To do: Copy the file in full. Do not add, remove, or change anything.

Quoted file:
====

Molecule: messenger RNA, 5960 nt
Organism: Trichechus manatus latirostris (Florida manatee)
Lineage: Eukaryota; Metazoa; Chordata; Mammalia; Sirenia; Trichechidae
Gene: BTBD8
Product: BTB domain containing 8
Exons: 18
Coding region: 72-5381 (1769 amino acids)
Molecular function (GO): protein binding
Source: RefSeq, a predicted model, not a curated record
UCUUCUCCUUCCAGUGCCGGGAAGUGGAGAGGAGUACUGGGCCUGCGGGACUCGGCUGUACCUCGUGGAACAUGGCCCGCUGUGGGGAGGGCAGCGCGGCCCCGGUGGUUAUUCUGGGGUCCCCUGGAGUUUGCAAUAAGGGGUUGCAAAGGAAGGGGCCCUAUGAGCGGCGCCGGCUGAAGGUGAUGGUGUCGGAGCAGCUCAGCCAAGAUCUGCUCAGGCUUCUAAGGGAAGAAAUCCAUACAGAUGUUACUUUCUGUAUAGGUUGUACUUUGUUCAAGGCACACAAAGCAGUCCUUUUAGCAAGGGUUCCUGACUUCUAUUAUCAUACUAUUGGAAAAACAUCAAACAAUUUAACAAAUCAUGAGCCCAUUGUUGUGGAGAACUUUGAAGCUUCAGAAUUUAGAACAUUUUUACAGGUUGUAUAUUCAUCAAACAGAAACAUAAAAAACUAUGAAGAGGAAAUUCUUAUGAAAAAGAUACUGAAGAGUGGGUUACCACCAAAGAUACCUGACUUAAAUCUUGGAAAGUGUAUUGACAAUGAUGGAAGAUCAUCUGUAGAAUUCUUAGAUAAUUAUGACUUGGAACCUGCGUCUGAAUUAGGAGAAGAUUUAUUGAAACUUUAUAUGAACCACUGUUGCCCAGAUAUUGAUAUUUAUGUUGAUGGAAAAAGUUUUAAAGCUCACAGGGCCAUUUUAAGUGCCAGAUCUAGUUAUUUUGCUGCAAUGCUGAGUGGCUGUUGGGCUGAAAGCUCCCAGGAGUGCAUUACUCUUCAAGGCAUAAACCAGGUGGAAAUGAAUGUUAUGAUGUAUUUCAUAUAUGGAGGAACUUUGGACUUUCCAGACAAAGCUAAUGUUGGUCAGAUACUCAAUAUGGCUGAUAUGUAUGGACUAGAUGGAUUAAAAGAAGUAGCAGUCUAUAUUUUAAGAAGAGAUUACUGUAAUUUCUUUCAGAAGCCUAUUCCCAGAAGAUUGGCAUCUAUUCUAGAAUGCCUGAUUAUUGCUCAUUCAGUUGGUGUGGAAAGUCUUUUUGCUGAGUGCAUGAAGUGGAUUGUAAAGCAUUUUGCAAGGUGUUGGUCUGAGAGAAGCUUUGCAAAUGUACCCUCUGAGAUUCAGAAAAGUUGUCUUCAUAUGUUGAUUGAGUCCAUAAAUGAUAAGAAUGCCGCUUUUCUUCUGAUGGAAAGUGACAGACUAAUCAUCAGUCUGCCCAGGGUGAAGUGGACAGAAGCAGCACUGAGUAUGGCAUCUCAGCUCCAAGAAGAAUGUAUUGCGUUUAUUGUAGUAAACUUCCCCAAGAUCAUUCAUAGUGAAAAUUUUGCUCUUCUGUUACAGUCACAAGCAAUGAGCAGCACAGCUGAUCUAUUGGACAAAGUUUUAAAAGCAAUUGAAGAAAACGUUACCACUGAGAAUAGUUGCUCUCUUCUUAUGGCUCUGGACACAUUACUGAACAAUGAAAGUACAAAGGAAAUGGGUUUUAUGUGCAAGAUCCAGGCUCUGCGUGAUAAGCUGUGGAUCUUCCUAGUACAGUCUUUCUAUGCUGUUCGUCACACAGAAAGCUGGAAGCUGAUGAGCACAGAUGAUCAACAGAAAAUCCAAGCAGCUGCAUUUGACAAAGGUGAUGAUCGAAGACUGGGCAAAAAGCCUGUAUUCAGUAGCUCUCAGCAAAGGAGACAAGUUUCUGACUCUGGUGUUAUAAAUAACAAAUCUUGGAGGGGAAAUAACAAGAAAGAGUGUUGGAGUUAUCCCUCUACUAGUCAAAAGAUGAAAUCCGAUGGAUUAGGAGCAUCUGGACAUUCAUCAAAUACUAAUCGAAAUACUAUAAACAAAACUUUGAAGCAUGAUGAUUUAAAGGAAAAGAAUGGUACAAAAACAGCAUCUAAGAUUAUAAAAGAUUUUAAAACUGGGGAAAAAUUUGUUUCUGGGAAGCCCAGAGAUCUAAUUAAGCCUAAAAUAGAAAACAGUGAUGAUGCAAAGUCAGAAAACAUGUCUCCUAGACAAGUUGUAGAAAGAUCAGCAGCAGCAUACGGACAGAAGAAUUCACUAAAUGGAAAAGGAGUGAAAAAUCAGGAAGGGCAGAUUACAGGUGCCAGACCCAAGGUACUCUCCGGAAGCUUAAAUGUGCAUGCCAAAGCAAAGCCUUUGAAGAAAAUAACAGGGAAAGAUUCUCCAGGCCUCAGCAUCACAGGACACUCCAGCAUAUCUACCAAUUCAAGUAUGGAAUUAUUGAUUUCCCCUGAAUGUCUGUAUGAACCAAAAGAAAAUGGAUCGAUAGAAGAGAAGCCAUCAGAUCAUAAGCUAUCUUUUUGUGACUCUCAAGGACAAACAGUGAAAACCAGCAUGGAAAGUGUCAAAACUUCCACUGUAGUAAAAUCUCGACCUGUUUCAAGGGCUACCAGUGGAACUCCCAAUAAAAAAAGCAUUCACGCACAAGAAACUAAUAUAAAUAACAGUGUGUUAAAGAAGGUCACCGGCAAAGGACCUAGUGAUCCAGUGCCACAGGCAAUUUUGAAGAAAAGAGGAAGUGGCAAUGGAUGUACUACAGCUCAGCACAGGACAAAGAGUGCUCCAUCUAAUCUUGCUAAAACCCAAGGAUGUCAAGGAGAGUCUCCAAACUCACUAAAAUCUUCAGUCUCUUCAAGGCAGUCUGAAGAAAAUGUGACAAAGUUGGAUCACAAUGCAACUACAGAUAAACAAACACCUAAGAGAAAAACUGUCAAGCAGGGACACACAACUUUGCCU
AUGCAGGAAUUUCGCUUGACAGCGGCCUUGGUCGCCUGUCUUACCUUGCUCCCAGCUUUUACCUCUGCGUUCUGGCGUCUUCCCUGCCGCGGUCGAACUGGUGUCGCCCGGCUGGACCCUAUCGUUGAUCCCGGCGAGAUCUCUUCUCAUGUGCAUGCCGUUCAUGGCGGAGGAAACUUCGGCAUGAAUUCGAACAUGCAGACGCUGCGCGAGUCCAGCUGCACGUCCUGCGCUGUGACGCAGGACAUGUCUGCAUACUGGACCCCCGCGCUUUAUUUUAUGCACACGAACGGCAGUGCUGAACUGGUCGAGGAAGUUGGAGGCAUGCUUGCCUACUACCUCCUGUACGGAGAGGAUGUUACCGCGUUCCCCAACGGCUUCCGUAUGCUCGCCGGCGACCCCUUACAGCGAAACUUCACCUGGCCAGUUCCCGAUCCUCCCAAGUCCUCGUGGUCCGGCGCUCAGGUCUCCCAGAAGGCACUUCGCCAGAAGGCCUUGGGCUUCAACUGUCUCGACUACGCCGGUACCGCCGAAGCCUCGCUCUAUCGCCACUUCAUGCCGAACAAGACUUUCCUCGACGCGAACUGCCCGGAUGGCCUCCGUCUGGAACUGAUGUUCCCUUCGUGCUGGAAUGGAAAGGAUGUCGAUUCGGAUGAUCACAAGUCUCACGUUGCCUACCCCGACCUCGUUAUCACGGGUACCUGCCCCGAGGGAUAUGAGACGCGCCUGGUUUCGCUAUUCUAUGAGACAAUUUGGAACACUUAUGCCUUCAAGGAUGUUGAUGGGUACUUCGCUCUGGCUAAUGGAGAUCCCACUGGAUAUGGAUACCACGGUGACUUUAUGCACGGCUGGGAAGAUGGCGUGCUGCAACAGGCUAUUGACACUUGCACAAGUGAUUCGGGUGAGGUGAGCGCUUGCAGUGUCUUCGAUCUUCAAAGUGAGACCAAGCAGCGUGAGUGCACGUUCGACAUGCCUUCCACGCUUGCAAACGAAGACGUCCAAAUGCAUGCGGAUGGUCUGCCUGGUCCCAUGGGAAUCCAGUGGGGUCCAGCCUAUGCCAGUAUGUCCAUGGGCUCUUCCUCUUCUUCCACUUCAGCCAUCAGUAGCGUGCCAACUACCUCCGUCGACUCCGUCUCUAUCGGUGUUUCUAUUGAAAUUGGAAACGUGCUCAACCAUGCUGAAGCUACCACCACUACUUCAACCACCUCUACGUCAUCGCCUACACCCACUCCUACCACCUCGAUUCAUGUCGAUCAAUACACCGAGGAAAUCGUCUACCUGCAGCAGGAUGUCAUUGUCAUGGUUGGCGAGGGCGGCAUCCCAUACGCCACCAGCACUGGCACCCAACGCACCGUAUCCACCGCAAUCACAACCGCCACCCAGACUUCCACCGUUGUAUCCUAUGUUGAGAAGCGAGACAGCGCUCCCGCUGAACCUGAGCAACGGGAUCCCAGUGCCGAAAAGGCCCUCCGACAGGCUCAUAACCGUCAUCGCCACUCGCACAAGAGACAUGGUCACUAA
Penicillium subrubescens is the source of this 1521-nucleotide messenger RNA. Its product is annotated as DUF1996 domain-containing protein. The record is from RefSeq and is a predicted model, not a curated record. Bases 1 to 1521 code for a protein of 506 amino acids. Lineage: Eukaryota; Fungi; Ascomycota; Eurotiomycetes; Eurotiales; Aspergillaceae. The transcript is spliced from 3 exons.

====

Molecule: messenger RNA, 5960 nt
Organism: Trichechus manatus latirostris (Florida manatee)
Lineage: Eukaryota; Metazoa; Chordata; Mammalia; Sirenia; Trichechidae
Gene: BTBD8
Product: BTB domain containing 8
Exons: 18
Coding region: 72-5381 (1769 amino acids)
Molecular function (GO): protein binding
Source: RefSeq, a predicted model, not a curated record
UCUUCUCCUUCCAGUGCCGGGAAGUGGAGAGGAGUACUGGGCCUGCGGGACUCGGCUGUACCUCGUGGAACAUGGCCCGCUGUGGGGAGGGCAGCGCGGCCCCGGUGGUUAUUCUGGGGUCCCCUGGAGUUUGCAAUAAGGGGUUGCAAAGGAAGGGGCCCUAUGAGCGGCGCCGGCUGAAGGUGAUGGUGUCGGAGCAGCUCAGCCAAGAUCUGCUCAGGCUUCUAAGGGAAGAAAUCCAUACAGAUGUUACUUUCUGUAUAGGUUGUACUUUGUUCAAGGCACACAAAGCAGUCCUUUUAGCAAGGGUUCCUGACUUCUAUUAUCAUACUAUUGGAAAAACAUCAAACAAUUUAACAAAUCAUGAGCCCAUUGUUGUGGAGAACUUUGAAGCUUCAGAAUUUAGAACAUUUUUACAGGUUGUAUAUUCAUCAAACAGAAACAUAAAAAACUAUGAAGAGGAAAUUCUUAUGAAAAAGAUACUGAAGAGUGGGUUACCACCAAAGAUACCUGACUUAAAUCUUGGAAAGUGUAUUGACAAUGAUGGAAGAUCAUCUGUAGAAUUCUUAGAUAAUUAUGACUUGGAACCUGCGUCUGAAUUAGGAGAAGAUUUAUUGAAACUUUAUAUGAACCACUGUUGCCCAGAUAUUGAUAUUUAUGUUGAUGGAAAAAGUUUUAAAGCUCACAGGGCCAUUUUAAGUGCCAGAUCUAGUUAUUUUGCUGCAAUGCUGAGUGGCUGUUGGGCUGAAAGCUCCCAGGAGUGCAUUACUCUUCAAGGCAUAAACCAGGUGGAAAUGAAUGUUAUGAUGUAUUUCAUAUAUGGAGGAACUUUGGACUUUCCAGACAAAGCUAAUGUUGGUCAGAUACUCAAUAUGGCUGAUAUGUAUGGACUAGAUGGAUUAAAAGAAGUAGCAGUCUAUAUUUUAAGAAGAGAUUACUGUAAUUUCUUUCAGAAGCCUAUUCCCAGAAGAUUGGCAUCUAUUCUAGAAUGCCUGAUUAUUGCUCAUUCAGUUGGUGUGGAAAGUCUUUUUGCUGAGUGCAUGAAGUGGAUUGUAAAGCAUUUUGCAAGGUGUUGGUCUGAGAGAAGCUUUGCAAAUGUACCCUCUGAGAUUCAGAAAAGUUGUCUUCAUAUGUUGAUUGAGUCCAUAAAUGAUAAGAAUGCCGCUUUUCUUCUGAUGGAAAGUGACAGACUAAUCAUCAGUCUGCCCAGGGUGAAGUGGACAGAAGCAGCACUGAGUAUGGCAUCUCAGCUCCAAGAAGAAUGUAUUGCGUUUAUUGUAGUAAACUUCCCCAAGAUCAUUCAUAGUGAAAAUUUUGCUCUUCUGUUACAGUCACAAGCAAUGAGCAGCACAGCUGAUCUAUUGGACAAAGUUUUAAAAGCAAUUGAAGAAAACGUUACCACUGAGAAUAGUUGCUCUCUUCUUAUGGCUCUGGACACAUUACUGAACAAUGAAAGUACAAAGGAAAUGGGUUUUAUGUGCAAGAUCCAGGCUCUGCGUGAUAAGCUGUGGAUCUUCCUAGUACAGUCUUUCUAUGCUGUUCGUCACACAGAAAGCUGGAAGCUGAUGAGCACAGAUGAUCAACAGAAAAUCCAAGCAGCUGCAUUUGACAAAGGUGAUGAUCGAAGACUGGGCAAAAAGCCUGUAUUCAGUAGCUCUCAGCAAAGGAGACAAGUUUCUGACUCUGGUGUUAUAAAUAACAAAUCUUGGAGGGGAAAUAACAAGAAAGAGUGUUGGAGUUAUCCCUCUACUAGUCAAAAGAUGAAAUCCGAUGGAUUAGGAGCAUCUGGACAUUCAUCAAAUACUAAUCGAAAUACUAUAAACAAAACUUUGAAGCAUGAUGAUUUAAAGGAAAAGAAUGGUACAAAAACAGCAUCUAAGAUUAUAAAAGAUUUUAAAACUGGGGAAAAAUUUGUUUCUGGGAAGCCCAGAGAUCUAAUUAAGCCUAAAAUAGAAAACAGUGAUGAUGCAAAGUCAGAAAACAUGUCUCCUAGACAAGUUGUAGAAAGAUCAGCAGCAGCAUACGGACAGAAGAAUUCACUAAAUGGAAAAGGAGUGAAAAAUCAGGAAGGGCAGAUUACAGGUGCCAGACCCAAGGUACUCUCCGGAAGCUUAAAUGUGCAUGCCAAAGCAAAGCCUUUGAAGAAAAUAACAGGGAAAGAUUCUCCAGGCCUCAGCAUCACAGGACACUCCAGCAUAUCUACCAAUUCAAGUAUGGAAUUAUUGAUUUCCCCUGAAUGUCUGUAUGAACCAAAAGAAAAUGGAUCGAUAGAAGAGAAGCCAUCAGAUCAUAAGCUAUCUUUUUGUGACUCUCAAGGACAAACAGUGAAAACCAGCAUGGAAAGUGUCAAAACUUCCACUGUAGUAAAAUCUCGACCUGUUUCAAGGGCUACCAGUGGAACUCCCAAUAAAAAAAGCAUUCACGCACAAGAAACUAAUAUAAAUAACAGUGUGUUAAAGAAGGUCACCGGCAAAGGACCUAGUGAUCCAGUGCCACAGGCAAUUUUGAAGAAAAGAGGAAGUGGCAAUGGAUGUACUACAGCUCAGCACAGGACAAAGAGUGCUCCAUCUAAUCUUGCUAAAACCCAAGGAUGUCAAGGAGAGUCUCCAAACUCACUAAAAUCUUCAGUCUCUUCAAGGCAGUCUGAAGAAAAUGUGACAAAGUUGGAUCACAAUGCAACUACAGAUAAACAAACACCUAAGAGAAAAACUGUCAAGCAGGGACACACAACUUUGCCU
AUGCAGGAAUUUCGCUUGACAGCGGCCUUGGUCGCCUGUCUUACCUUGCUCCCAGCUUUUACCUCUGCGUUCUGGCGUCUUCCCUGCCGCGGUCGAACUGGUGUCGCCCGGCUGGACCCUAUCGUUGAUCCCGGCGAGAUCUCUUCUCAUGUGCAUGCCGUUCAUGGCGGAGGAAACUUCGGCAUGAAUUCGAACAUGCAGACGCUGCGCGAGUCCAGCUGCACGUCCUGCGCUGUGACGCAGGACAUGUCUGCAUACUGGACCCCCGCGCUUUAUUUUAUGCACACGAACGGCAGUGCUGAACUGGUCGAGGAAGUUGGAGGCAUGCUUGCCUACUACCUCCUGUACGGAGAGGAUGUUACCGCGUUCCCCAACGGCUUCCGUAUGCUCGCCGGCGACCCCUUACAGCGAAACUUCACCUGGCCAGUUCCCGAUCCUCCCAAGUCCUCGUGGUCCGGCGCUCAGGUCUCCCAGAAGGCACUUCGCCAGAAGGCCUUGGGCUUCAACUGUCUCGACUACGCCGGUACCGCCGAAGCCUCGCUCUAUCGCCACUUCAUGCCGAACAAGACUUUCCUCGACGCGAACUGCCCGGAUGGCCUCCGUCUGGAACUGAUGUUCCCUUCGUGCUGGAAUGGAAAGGAUGUCGAUUCGGAUGAUCACAAGUCUCACGUUGCCUACCCCGACCUCGUUAUCACGGGUACCUGCCCCGAGGGAUAUGAGACGCGCCUGGUUUCGCUAUUCUAUGAGACAAUUUGGAACACUUAUGCCUUCAAGGAUGUUGAUGGGUACUUCGCUCUGGCUAAUGGAGAUCCCACUGGAUAUGGAUACCACGGUGACUUUAUGCACGGCUGGGAAGAUGGCGUGCUGCAACAGGCUAUUGACACUUGCACAAGUGAUUCGGGUGAGGUGAGCGCUUGCAGUGUCUUCGAUCUUCAAAGUGAGACCAAGCAGCGUGAGUGCACGUUCGACAUGCCUUCCACGCUUGCAAACGAAGACGUCCAAAUGCAUGCGGAUGGUCUGCCUGGUCCCAUGGGAAUCCAGUGGGGUCCAGCCUAUGCCAGUAUGUCCAUGGGCUCUUCCUCUUCUUCCACUUCAGCCAUCAGUAGCGUGCCAACUACCUCCGUCGACUCCGUCUCUAUCGGUGUUUCUAUUGAAAUUGGAAACGUGCUCAACCAUGCUGAAGCUACCACCACUACUUCAACCACCUCUACGUCAUCGCCUACACCCACUCCUACCACCUCGAUUCAUGUCGAUCAAUACACCGAGGAAAUCGUCUACCUGCAGCAGGAUGUCAUUGUCAUGGUUGGCGAGGGCGGCAUCCCAUACGCCACCAGCACUGGCACCCAACGCACCGUAUCCACCGCAAUCACAACCGCCACCCAGACUUCCACCGUUGUAUCCUAUGUUGAGAAGCGAGACAGCGCUCCCGCUGAACCUGAGCAACGGGAUCCCAGUGCCGAAAAGGCCCUCCGACAGGCUCAUAACCGUCAUCGCCACUCGCACAAGAGACAUGGUCACUAA
Penicillium subrubescens is the source of this 1521-nucleotide messenger RNA. Its product is annotated as DUF1996 domain-containing protein. The record is from RefSeq and is a predicted model, not a curated record. Bases 1 to 1521 code for a protein of 506 amino acids. Lineage: Eukaryota; Fungi; Ascomycota; Eurotiomycetes; Eurotiales; Aspergillaceae. The transcript is spliced from 3 exons.